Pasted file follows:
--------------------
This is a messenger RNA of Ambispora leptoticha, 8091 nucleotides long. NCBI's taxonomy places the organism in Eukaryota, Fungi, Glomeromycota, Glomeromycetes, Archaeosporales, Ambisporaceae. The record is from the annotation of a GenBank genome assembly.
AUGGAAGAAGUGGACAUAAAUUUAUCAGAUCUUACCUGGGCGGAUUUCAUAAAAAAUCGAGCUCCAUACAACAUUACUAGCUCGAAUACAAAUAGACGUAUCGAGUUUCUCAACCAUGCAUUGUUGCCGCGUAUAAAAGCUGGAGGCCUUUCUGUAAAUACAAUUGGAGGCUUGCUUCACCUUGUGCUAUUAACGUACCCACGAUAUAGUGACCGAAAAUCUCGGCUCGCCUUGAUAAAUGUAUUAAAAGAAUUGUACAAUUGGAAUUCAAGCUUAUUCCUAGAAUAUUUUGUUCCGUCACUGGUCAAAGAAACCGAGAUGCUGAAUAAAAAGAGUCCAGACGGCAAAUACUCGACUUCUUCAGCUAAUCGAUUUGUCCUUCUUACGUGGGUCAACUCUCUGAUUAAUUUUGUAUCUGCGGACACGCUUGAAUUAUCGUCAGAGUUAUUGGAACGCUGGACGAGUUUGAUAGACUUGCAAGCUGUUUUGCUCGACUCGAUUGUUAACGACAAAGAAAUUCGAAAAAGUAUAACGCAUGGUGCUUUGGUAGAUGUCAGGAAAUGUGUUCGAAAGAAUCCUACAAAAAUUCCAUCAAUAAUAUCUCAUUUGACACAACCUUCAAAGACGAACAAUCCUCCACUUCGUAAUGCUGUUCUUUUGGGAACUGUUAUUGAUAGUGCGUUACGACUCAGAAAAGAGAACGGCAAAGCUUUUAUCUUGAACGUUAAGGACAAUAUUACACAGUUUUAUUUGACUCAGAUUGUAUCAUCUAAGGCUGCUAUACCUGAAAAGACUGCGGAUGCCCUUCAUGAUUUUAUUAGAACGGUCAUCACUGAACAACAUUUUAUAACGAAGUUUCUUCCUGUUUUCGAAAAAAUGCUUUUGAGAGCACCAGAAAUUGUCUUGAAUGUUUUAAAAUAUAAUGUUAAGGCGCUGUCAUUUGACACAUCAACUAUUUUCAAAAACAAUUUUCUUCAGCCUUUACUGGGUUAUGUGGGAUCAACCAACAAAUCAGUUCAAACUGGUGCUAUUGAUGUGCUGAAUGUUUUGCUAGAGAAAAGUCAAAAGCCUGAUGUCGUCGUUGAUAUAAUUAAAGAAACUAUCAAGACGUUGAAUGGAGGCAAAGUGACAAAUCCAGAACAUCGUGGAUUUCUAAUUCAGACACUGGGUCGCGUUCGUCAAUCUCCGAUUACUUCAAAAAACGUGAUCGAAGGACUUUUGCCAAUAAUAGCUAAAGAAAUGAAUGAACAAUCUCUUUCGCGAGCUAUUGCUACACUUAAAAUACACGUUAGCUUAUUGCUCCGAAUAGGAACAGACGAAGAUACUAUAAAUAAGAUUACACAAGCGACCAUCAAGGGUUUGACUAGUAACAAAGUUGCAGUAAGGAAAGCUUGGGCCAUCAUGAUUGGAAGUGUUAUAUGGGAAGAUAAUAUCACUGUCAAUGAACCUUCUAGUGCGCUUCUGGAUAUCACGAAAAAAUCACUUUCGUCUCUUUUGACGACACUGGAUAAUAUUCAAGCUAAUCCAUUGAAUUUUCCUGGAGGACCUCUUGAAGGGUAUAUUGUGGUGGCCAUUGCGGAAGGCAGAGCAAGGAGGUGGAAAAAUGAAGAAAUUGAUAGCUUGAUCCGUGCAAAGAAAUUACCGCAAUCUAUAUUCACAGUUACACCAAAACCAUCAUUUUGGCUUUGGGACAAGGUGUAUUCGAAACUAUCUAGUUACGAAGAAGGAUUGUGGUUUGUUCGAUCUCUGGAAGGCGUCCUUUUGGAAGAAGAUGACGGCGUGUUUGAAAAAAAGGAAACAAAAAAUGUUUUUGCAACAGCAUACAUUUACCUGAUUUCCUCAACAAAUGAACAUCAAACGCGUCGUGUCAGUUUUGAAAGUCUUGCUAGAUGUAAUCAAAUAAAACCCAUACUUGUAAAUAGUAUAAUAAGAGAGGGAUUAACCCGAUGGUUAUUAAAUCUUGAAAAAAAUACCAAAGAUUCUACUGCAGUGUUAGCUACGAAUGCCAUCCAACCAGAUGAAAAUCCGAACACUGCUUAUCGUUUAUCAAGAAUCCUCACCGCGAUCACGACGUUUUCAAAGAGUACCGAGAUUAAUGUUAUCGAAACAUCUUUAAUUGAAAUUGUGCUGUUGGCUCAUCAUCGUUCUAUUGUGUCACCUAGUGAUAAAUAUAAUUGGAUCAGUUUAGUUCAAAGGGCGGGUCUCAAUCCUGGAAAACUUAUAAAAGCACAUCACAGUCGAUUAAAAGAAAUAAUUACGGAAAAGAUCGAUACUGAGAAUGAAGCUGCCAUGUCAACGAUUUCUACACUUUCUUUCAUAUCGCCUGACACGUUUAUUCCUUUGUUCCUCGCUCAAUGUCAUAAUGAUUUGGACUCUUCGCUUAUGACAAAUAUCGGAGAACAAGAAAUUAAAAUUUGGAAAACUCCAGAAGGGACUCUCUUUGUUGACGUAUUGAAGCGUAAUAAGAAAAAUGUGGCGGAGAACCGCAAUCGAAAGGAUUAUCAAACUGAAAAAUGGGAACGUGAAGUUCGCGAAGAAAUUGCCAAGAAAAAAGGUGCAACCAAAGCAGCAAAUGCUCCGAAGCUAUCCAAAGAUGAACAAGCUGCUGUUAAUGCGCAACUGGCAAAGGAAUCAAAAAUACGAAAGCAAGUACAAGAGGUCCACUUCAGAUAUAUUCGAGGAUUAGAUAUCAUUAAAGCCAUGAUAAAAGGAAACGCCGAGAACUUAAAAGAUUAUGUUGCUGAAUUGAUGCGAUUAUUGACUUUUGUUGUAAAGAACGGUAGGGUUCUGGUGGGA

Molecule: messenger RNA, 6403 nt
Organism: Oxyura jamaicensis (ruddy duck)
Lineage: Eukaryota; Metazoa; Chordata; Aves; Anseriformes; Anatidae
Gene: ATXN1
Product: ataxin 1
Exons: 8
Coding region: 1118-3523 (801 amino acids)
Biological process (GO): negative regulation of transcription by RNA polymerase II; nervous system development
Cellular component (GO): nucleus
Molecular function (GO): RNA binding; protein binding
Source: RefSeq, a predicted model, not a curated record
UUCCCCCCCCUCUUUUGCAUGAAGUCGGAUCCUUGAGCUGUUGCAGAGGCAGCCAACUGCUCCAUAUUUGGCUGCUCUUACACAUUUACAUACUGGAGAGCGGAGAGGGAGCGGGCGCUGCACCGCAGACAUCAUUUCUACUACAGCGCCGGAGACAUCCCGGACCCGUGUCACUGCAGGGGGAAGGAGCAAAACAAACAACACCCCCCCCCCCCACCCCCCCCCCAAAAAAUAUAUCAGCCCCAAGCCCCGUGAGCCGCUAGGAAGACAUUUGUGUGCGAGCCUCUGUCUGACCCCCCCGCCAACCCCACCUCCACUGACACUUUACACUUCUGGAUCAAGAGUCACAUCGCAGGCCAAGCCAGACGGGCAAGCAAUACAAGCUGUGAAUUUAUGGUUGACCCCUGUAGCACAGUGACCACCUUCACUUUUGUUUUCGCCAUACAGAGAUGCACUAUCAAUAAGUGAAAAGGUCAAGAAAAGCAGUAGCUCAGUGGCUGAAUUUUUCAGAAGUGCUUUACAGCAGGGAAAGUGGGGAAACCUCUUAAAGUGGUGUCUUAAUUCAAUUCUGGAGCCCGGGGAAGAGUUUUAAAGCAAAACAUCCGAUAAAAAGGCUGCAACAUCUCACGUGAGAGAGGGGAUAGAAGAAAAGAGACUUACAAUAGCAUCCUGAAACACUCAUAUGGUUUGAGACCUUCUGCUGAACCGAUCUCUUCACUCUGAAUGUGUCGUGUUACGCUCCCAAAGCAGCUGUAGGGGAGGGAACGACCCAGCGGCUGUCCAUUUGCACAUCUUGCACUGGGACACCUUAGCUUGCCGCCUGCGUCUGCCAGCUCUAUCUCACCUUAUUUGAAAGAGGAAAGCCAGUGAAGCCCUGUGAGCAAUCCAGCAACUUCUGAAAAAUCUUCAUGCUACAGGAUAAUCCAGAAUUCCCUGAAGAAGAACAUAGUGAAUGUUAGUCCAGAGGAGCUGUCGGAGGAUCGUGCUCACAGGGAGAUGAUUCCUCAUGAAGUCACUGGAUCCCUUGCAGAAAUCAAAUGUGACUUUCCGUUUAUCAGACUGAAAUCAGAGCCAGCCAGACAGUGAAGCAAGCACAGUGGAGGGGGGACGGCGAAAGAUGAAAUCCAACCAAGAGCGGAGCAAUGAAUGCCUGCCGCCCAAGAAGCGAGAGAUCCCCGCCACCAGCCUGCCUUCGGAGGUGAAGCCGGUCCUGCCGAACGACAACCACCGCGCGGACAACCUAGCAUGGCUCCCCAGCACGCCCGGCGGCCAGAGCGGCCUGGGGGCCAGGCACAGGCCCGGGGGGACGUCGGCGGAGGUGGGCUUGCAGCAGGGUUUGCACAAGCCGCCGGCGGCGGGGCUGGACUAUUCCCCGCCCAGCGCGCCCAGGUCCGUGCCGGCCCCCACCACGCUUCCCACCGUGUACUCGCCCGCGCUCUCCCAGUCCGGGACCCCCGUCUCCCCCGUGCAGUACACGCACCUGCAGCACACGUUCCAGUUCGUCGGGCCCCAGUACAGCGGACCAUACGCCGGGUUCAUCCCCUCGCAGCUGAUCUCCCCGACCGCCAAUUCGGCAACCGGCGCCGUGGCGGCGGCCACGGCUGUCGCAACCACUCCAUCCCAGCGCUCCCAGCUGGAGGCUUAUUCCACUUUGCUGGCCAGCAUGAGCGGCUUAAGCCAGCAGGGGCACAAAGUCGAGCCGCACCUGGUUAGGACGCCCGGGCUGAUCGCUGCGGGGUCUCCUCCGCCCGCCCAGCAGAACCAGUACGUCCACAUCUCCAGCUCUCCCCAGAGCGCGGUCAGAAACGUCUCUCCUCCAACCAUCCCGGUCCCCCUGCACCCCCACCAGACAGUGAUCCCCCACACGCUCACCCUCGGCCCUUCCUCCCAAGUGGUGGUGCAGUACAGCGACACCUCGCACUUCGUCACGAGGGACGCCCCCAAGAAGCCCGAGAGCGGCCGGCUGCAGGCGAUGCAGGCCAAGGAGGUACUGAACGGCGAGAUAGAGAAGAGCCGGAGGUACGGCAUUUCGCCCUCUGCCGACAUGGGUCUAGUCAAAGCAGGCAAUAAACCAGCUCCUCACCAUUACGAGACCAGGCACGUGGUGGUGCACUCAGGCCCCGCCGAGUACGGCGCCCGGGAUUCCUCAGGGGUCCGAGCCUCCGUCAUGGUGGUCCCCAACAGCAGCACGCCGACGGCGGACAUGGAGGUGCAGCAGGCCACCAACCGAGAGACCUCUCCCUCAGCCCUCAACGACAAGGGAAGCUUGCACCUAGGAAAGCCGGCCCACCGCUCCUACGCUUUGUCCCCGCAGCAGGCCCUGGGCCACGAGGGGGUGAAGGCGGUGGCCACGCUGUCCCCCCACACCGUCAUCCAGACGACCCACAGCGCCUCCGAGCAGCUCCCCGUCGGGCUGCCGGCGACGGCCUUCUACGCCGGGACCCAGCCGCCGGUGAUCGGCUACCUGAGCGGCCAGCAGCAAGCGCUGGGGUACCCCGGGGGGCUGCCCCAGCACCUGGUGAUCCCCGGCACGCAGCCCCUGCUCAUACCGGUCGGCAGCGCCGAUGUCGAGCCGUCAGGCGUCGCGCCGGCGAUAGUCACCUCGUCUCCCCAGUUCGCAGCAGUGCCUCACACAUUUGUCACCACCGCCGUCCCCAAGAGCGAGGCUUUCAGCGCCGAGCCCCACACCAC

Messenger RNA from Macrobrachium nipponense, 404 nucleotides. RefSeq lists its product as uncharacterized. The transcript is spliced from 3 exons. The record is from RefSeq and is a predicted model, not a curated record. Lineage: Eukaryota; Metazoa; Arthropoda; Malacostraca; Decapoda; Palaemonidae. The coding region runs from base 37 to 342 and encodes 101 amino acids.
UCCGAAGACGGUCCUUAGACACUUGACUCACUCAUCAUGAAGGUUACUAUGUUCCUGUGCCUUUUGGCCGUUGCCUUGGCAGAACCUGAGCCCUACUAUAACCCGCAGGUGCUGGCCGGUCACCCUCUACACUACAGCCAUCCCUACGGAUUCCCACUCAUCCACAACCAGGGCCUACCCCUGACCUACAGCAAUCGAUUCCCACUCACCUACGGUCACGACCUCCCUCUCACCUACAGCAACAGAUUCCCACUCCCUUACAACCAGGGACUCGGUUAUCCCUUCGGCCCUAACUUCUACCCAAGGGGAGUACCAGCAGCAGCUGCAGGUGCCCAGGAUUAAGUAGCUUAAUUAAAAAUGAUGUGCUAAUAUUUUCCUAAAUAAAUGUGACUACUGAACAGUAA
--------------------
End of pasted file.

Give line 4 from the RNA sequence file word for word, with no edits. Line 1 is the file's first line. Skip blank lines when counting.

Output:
Organism: Oxyura jamaicensis (ruddy duck)